First Author

Stars tend to be the hot bodies in the Universe. But now, scientists have found a very hot planet. On page 691, Joseph Harrington, a planetary scientist at the University of Central Florida in Orlando, details an extrasolar planet that reaches a sweltering 2,300 Kelvin (K). To get to that temperature, the planet — called HD 149026b — must absorb all the starlight that reaches it. Nature asked Harrington what this and other space oddities can teach us.

Why is this hot planet so intriguing?

Scientists predict a planet's temperature from how much starlight it absorbs. The predicted temperature for this planet is about 1,400 K and black planets tend to be around 1,700 K. But we measured 2,300 K on the day side, which is a shocker because every other exoplanet has followed the usual predictions. Observing weird things is like striking gold because it means there is something more to learn. Maybe the day side is hotter than the night side, but if so, why isn't that true for all exoplanets? HD 149026b contains more heavy elements than our entire Solar System, so its chemistry might allow it to absorb starlight better than other exoplanets.

Why do you think the planet is so hot?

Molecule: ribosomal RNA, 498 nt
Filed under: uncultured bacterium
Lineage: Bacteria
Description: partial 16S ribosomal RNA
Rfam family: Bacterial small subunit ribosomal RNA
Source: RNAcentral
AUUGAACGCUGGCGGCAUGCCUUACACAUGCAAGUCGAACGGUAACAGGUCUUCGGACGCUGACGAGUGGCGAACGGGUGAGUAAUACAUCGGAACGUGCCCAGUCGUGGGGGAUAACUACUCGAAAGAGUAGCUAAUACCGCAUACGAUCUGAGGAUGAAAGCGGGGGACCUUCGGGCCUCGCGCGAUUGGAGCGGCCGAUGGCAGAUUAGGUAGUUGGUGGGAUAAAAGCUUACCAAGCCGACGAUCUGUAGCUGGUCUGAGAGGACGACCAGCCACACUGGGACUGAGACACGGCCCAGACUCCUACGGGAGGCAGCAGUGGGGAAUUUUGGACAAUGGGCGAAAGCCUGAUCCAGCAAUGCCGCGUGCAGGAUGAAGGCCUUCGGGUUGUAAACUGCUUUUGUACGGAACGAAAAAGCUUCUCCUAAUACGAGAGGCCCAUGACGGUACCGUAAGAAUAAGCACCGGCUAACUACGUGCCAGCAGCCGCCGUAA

Our simple model suggests that HD 149026b is a black planet. It absorbs all the light that falls on it, but quickly re-radiates that energy as infrared light. The planet is therefore hot enough to emit its own light — projecting a visible orange-red glow from the area closest to the star. The picture is quite tolkienesque. This, and other evidence, makes us think that hotter planets' temperatures might differ between the day side and night side. A planet we observed last year, υ Andromedae b, is 1,400 K hotter on its day side than its night side. Another planet, HD 189733b, was shown last year to have a more modest day–night temperature difference. A picture is starting to emerge, but proof requires more work.

What will studying exoplanets tell us about Earth and the Universe?

Every time we look at a familiar thing in an exotic environment, we learn a lot. We live on a planet with some really nice conditions, and our actions affect the planet. We can learn how our planet works, such as its changing climate, by learning what happens on other planets. Also, everyone wants us to find life beyond Earth. HD 149026b is too hot for liquid water — the main requirement for life — but today's young people can expect that the conditions for life will be found on an exoplanet during their lifetimes.